In Canada, the Ontario Superior Court of Justice in Arconti v. Smithin has similarly addressed the concerns over the reduction of solemnity in virtual witness examination. In concurring with Justice Perram’s observations in the Australian case of Capic, the Ontario Court noted that “much of the hesitancy and concern that led to the conclusions that the process is ‘unsatisfactory’ or raises ‘due process concerns’ stems from our own unfamiliarity with the technology.”

Yet in both Re Nobility School and Standard Chartered, the concern for effective assessment of witnesses was apparently treated as paramount, trumping the competing public health considerations and the witness’ right to health. However, the latter considerations should arguably be given more thought.

Hong Kong courts have no uniform witness attendance policy applicable to all cases, so public health arguments are left to be raised at the discretion of lawyers and decided at the discretion of judges. Leaving the balancing exercise to the discretion of individual judges creates the impression that public health—as “the science and art of preventing disease”—is not taken seriously. Looking at the judgements themselves, public health considerations are mentioned, but the exact extent to which scientific studies have been relied on remains unknown. For example, the Hong Kong Court of First Instance in Standard Chartered (whose conclusion was affirmed by the Court of Appeal) made an unelaborated and unexplained comparison in the outbreak situations between Hong Kong and Beijing where the witness resided. It is possible that this was argued and resolved as a matter of common-sense observation of the ongoing pandemic, rather than scientific assessment.

Notwithstanding the Hong Kong courts’ handwaving, public health studies can be cited to support the giving of evidence via remote means. One study recommends that “[i]n the absence of robust preventive or curative strategies, the implementation of social distancing has been a key component of limiting the spread of [COVID-19].”  This is because “individuals appear capable of transmitting the virus whether they are asymptomatic, presymptomatic.” Furthermore, there is not yet conclusive evidence on the issue of whether even fully vaccinated persons can still spread the virus or get infected. The absence of a foolproof strategy makes it questionable if the courts should so obsessively press for in-person attendance, especially when it is contrary to the witness’ risk preference.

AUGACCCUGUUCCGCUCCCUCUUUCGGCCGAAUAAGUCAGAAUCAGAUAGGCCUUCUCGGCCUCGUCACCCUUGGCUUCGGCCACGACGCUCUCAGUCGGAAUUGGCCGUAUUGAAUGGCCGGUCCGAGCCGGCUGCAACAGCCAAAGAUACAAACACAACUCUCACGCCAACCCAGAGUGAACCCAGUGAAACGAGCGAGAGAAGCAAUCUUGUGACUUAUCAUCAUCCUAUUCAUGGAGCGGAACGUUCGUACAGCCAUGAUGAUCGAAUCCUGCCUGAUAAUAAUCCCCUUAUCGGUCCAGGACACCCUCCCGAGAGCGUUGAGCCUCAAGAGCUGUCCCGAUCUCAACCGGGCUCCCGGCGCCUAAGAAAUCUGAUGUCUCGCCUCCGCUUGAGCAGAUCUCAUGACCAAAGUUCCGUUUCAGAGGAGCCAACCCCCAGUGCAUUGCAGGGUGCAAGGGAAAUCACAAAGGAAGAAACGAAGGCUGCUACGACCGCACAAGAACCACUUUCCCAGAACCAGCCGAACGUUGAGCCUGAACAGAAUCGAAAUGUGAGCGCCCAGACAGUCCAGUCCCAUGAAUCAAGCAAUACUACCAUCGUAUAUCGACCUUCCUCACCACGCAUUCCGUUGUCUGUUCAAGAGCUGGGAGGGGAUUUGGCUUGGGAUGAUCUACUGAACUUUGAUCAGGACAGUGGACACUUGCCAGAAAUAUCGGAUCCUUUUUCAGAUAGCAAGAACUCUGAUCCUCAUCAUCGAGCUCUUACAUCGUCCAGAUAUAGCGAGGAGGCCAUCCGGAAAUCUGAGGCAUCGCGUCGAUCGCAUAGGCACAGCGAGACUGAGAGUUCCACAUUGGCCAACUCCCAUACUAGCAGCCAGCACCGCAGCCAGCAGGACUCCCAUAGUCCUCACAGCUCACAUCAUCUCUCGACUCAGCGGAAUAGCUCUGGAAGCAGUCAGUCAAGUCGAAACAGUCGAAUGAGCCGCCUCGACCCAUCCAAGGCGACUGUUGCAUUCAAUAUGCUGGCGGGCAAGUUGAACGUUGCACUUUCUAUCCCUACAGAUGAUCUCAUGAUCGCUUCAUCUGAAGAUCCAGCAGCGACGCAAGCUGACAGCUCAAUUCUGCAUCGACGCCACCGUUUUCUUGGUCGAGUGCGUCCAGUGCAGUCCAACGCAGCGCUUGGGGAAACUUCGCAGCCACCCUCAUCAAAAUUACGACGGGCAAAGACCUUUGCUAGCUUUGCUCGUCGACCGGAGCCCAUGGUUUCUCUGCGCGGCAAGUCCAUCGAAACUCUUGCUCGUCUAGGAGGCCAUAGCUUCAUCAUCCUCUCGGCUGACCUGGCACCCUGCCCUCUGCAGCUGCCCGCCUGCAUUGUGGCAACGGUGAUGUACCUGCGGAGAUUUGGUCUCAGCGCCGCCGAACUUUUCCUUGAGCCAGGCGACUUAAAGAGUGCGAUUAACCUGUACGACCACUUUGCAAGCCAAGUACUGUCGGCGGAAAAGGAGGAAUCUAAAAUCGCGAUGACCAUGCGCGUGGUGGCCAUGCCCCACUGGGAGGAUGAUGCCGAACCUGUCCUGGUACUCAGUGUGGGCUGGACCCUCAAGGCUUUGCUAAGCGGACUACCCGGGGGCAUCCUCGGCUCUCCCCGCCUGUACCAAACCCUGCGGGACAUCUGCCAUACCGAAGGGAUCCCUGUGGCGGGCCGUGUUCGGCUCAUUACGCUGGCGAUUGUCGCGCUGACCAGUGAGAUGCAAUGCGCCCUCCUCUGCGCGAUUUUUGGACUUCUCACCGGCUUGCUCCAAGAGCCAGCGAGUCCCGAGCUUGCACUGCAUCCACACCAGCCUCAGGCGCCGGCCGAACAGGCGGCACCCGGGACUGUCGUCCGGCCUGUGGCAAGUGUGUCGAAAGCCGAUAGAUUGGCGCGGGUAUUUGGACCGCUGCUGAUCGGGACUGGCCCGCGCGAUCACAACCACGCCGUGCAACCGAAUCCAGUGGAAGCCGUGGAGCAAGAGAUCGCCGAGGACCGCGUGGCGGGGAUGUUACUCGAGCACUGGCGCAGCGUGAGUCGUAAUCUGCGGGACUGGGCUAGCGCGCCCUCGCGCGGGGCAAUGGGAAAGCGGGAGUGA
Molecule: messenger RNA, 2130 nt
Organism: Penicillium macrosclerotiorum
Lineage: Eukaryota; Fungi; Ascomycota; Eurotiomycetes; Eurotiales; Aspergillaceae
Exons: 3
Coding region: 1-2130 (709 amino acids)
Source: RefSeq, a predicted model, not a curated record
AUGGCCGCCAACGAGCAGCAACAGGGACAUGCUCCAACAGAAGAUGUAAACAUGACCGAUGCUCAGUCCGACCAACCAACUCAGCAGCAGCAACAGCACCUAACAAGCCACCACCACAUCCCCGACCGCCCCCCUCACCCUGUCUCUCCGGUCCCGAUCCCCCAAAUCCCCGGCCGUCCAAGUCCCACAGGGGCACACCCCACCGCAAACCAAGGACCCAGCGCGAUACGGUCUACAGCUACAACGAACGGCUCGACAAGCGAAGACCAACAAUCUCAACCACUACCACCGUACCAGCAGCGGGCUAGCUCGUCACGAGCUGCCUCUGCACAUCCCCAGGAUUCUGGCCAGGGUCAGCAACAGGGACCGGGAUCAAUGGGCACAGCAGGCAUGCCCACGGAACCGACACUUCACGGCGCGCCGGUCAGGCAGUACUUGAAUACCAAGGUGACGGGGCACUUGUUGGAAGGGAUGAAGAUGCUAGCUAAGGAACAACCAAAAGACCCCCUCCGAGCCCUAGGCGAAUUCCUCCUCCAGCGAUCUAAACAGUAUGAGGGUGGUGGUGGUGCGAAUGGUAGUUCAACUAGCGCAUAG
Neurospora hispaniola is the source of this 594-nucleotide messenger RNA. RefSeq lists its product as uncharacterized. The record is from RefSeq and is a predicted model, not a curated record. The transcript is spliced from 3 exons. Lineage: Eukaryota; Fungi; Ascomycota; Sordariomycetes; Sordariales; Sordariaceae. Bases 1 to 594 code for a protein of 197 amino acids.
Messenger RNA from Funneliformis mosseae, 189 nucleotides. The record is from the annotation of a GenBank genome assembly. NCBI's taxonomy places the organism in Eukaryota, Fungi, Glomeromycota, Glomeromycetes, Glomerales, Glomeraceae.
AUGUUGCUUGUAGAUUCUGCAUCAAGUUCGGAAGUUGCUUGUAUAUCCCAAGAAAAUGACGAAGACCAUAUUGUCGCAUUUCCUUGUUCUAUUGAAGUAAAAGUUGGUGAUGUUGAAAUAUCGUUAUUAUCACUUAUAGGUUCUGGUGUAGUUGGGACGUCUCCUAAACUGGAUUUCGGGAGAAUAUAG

Beyond public health considerations, the individual right to health is enshrined in Art. 12 of the International Covenant on Economic, Social and Cultural Rights (ICESCR), which is binding on Hong Kong pursuant to Art. 39 of the Hong Kong Basic Law. The UN Committee on Economic Social and Cultural Rights interprets this right to include “the right to control one’s health and body”. This interpretation is widely endorsed, most notably by the World Health Organization.

In this regard, the witness’s preference—to give evidence by remote means and to avoid quarantine—should have been given more weight. Choosing whether to attend an in-person proceeding during a deadly global pandemic is an exercise of the right to control one’s health. Most obviously, a witness required to give in-person testimony is required to risk contracting COVID in her travels to Hong Kong as well as during the live testimony. To make matters worse, the witness is faced with only one option: she must be quarantined for two weeks upon arrival in Hong Kong, and then two additional weeks upon her arrival back home. This is no mere inconvenience, as one academic health study found that “[q]uarantine carries some long-term effects on cardiovascular disease, mainly related to unhealthy lifestyle and anxiety” that frequently accompanies it.

True, the pursuit of effective assessment of witnesses is a substantial consideration and the sacred duty of the judiciary. However, in light of the serious and uncertain nature of the pandemic, it is questionable if there is actually any room for balancing at all. In effect, Hong Kong courts are risking public health for the pursuit of effective assessment of witnesses.

The current approach is that the judge will press for in-person assessment, as long as they deem the situation allows. This is an evasive approach and is not sustainable: What if there is a more serious pandemic in the future? Can the judge still use their discretion to avoid remote testimony? The judges ultimately have to face the hard truth that the quality of witness assessment, and hence justice, has to be compromised at times.

Better yet, the way forward is to look for new effective means and to develop new judicial skills, for assessing witnesses remotely. While this is clearly easier said than done—the solemn atmosphere of the courtroom is not entirely replicable—there are many unexplored possibilities with a video testimony, such as utilizing playback for closer review. Protocols can be introduced to replicate solemnness as much as possible, such as imposing dress codes and background requirements.

In sum, it is essential for the courts to master the use of VCF, and at the same time, constantly reflect on the areas for improvement. This is particularly the case because VCF will remain useful even after the current pandemic, whenever in-person attendance of the key witness is not possible. This may happen when, for example, the witness is too ill to attend or is unable to travel.

Martin Kwan is a Research Director of the OBOR Legal Research Centre and an Honorary Fellow of the University of Hong Kong AIIFL.